|Hart Sailors, Mary - BAYLOR COLLEGE MED|
|Jackson, Andrew - UNIV. OF HOUSTON|
Submitted to: Medicine and Science in Sports and Exercise
Publication Type: Abstract Only
Publication Acceptance Date: March 19, 2007
Publication Date: May 7, 2007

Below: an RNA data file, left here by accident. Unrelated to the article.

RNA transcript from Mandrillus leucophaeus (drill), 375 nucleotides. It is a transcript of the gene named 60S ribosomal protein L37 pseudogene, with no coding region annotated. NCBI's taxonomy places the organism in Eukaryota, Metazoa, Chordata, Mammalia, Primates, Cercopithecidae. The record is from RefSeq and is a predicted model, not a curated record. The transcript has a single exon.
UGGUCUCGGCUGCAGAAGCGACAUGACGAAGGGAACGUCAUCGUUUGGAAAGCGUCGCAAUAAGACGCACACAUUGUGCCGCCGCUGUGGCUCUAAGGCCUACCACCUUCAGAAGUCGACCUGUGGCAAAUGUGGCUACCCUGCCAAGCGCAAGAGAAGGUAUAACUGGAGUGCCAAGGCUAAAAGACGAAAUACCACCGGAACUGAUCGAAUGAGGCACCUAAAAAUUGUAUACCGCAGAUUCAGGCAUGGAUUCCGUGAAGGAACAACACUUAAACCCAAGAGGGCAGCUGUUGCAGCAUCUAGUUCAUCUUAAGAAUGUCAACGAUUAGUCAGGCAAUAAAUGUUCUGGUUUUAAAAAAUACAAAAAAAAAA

Citation: Hart Sailors, M.L., Jackson, A.S., Bray, M.S. 2007. The association of circadian clock candidate genes to increased adiposity in the TIGER study [abstract]. Medicine and Science in Sports and Exercise. 39(5 Suppl):S278. Technical Abstract: Obesity is a highly prevalent disease that has become a major health crisis in the United States. A number of studies have suggested a link between the altered sleep/wake patterns associated with our "24 hour" lifestyle and obesity. We hypothesize that disruption of the circadian clock intrinsic to the adipocyte, which may result from DNA sequence variation within clock-related genes, is a primary mechanism linking altered sleep/wake cycles to obesity. The purpose of this study was to investigate the association between body size and selected variants in clock-related genes (BMAL1, CLOCK, CRY, PER1, PER2, DBP, TEF, and E4BP4) in men and women (n=325) from the TIGER Study. We tested the association between single locus and multilocus genotypes and body-size measures (BMI, weight, waist and hip circumferences, skinfold percent fat, and DXA percent fat) using multivariate regression adjusted for age, gender, and smoking status. We found that variants in BMAL1 (rs2290034, rs3816358), TEF (rs2273071), and PER2 (rs934945) were significantly associated with body size measures in Hispanic males and females (n=74). The A alleles at each BMAL1 locus were associated with an increase in body size measures (rs2290034 AA/AG BMI = 30.5 kg/m**2, GG BMI = 26.2 kg/m2; rs3816358 AA/AG BMI = 31.2 kg/m**2, GG BMI = 27.6 kg/m2), while the G alleles in the TEF and PER2 variants were associated with increased body size measures (TEF GG/GA BMI = 28.9 kg/m2, AA BMI = 24.6 kg/m**2; PER2 GG/GA BMI = 28.8 kg/m**2, AA BMI = 23.5 kg/m**2). These genotype effects were consistent but non-significant in African Americans and non-Hispanic whites. We further investigated the joint effects of the TEF and PER2 variants with body size measures. Individuals with the homozygous GG genotype in both the TEF and PER2 polymorphisms were 4.8 times more likely to be obese (OR = 4.82, 95% CI (1.428-16.265)) compared to carriers of the A alleles in either TEF or PER2. A similar effect for the multilocus TEF/PER2 genotype was also observed for other body size measures, including BMI (p = 0.0016), waist circumference (p = 0.0096), and weight gain per year (p = 0.0391). These results suggest that variation within clock-related genes may be associated with body-size measures, thus potentiality linking increased adiposity to sleep/wake patterns.